(a) the Department would, it appears, not have invited the Site Visit Team had it known the report would be shared with members of an administration apparently intent on setting an example of their department, and
(b) the information you shared above doesn’t show that the Site Visit Team was also invited by the Provost and Dean. (If x invites y to visit, some other z cannot join in issuing the invitation once y has arrived.)Report

Tim Kenyon
Tim Kenyon
6 years ago

“…unless the visit is *requested by* a Dean…”

“…doesn’t show that the Site Visit Team was also *invited by* the Provost and Dean. (If x invites y to visit, some other z cannot join in issuing the invitation once y has arrived.)”

Obviously you can get invited somewhere and subsequently find out that someone else requested it. It would seem to require an effort to miss this point.Report

Anon grad student
Anon grad student
6 years ago

Peggy DesAutels — thank you for appearing on this thread to set the record straight. I had two questions (prompted by some of what Michael Tooley claims here: http://spot.colorado.edu/~tooley/Two_Violations_of_the_Agreement_by_the_Site_Visit_Team.html ).

(1) The “Site Visit Process and Expectations” document includes the line that “The Team will not provide the report to institutional administrators, though the Site Visit Team may discuss its initial findings in broad terms with administrators during the site visit itself.” Did the Team, in fact, provide the report to institutional administrators? And if so, do you think that the expectation set out in the document was violated?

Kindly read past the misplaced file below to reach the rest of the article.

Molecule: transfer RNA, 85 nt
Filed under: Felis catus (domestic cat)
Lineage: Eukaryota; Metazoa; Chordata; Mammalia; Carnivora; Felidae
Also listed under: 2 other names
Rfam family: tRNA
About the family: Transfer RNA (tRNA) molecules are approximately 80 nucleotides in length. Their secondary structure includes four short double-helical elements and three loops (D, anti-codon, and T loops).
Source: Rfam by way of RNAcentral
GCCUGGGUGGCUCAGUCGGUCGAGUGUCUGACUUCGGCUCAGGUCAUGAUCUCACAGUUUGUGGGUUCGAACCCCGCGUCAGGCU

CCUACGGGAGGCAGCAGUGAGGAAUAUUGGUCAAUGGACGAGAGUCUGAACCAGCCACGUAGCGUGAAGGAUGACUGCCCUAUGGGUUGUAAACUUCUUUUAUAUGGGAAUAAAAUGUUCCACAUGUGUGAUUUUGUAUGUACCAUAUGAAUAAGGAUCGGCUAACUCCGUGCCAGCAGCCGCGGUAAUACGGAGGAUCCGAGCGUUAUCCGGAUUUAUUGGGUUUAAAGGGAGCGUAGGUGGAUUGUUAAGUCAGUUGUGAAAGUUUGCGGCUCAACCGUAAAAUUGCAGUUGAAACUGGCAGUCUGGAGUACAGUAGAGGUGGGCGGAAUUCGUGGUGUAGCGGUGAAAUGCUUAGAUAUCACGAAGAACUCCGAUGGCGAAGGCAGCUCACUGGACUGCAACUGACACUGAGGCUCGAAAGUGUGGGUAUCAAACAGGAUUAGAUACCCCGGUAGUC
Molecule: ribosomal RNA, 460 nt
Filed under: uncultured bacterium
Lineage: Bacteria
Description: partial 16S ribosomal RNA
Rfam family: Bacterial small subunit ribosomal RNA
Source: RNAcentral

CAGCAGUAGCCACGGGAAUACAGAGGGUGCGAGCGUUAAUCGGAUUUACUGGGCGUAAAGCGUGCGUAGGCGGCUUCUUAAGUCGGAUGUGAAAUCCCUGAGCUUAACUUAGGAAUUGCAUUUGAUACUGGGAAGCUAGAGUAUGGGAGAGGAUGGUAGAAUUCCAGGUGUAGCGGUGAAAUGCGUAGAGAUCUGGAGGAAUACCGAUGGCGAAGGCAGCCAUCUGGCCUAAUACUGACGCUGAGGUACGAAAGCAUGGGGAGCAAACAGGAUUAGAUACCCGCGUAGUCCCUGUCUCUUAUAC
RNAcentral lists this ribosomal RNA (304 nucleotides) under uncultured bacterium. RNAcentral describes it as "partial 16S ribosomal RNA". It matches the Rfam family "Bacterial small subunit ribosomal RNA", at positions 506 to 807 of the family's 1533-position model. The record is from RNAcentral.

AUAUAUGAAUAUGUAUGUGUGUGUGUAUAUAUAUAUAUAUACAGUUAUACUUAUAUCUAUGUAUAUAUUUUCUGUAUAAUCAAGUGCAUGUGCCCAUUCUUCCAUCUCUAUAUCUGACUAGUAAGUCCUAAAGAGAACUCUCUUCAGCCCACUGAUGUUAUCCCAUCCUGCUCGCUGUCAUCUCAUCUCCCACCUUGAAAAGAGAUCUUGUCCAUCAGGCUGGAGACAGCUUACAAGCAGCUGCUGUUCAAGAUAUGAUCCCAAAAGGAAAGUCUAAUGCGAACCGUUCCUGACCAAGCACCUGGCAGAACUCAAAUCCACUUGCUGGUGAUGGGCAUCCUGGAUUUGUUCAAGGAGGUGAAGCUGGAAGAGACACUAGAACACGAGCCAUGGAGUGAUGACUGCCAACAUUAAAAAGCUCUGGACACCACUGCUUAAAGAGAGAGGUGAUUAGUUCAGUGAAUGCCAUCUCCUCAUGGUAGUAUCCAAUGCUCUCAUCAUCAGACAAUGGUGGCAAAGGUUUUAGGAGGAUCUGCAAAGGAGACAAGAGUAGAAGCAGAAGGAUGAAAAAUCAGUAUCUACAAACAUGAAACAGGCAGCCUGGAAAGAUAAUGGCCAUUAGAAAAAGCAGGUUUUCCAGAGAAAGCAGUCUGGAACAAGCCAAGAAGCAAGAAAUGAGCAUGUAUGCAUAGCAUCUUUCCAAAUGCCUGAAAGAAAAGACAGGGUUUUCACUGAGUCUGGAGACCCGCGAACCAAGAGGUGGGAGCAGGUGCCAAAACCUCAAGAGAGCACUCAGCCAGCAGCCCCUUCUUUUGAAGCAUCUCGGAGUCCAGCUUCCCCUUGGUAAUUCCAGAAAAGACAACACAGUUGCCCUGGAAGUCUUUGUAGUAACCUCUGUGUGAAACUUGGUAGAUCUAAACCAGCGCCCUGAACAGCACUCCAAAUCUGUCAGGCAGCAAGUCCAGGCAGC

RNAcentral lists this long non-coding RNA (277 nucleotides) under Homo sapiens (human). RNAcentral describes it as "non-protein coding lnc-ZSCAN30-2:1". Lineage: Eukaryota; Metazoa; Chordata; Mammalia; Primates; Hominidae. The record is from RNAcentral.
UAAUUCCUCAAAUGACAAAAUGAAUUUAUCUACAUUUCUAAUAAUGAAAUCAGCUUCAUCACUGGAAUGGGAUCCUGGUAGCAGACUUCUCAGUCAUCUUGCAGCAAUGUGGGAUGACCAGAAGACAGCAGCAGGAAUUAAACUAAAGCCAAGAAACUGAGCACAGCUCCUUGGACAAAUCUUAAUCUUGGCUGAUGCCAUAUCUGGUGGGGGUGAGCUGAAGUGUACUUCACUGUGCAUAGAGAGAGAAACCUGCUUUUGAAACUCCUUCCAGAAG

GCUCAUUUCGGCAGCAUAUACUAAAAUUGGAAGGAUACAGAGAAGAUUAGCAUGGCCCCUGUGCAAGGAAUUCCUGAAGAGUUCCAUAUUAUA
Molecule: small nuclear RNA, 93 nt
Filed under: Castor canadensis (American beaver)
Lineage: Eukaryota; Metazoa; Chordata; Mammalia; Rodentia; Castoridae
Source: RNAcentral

(2) Professor Tooley claims that the report was requested by the chair of the department, and denies (or at least exhibits doubt) that the Dean and Provost were co-authors of this request. Do you have any documentary evidence (e.g. letters or emails) showing that the Dean and/or Provost made such a request, or was this merely communicated to you verbally?Report

Cordelia
Cordelia
6 years ago

DesAutels seems to be quoting a later revision of their document. This is the relevant paragraph from the document that the Site Visit Team sent to the department:

“Further, the Site Visit Team will not communicate the details of what is learned about the Department as part of the Site Visit process to people outside of the Department. The final report will be directly provided only to the Department. The Team will not provide the report to anyone outside the Department, including deans, unless the visit request is made by a dean, in which case only that dean will be provided the report. The Team will not provide the report to institutional administrators, though the Site Visit Team may discuss its initial findings in broad terms with administrators during the site visit itself.”

It was the department that sent the request for the site visit. It was only after the visit was over and the report had been publicly released that the department suddenly learned that the Team was claiming that the visit had been jointly requested by the department, the dean, and the provost. When Tooley tried to get some documentation of the dean’s and the provost’s request, presuming that this would entail some earlier correspondence with the dean and the provost, the Team refused to provide it, claiming that the correspondence was confidential.

Through a CORA (Colorado Open Records Act) request, Tooley was then able to confirm that there was in fact no such correspondence. All of this is documented on Tooley’s web site, http://spot.colorado.edu/~tooley/SiteVisitReport.html.

To take account of the Site Visit Team’s current position, perhaps a sentence should be added: “However, notwithstanding any of the above, the Team WILL provide the report to any administrators who want it, if, during our visit, those adminstrators claim, in an unconfirmable verbal conversation, and without notice to the department, that they partly ‘commissioned’ the report. The department need not be notified of who we are going to claim requested the visit until after the report is published online.”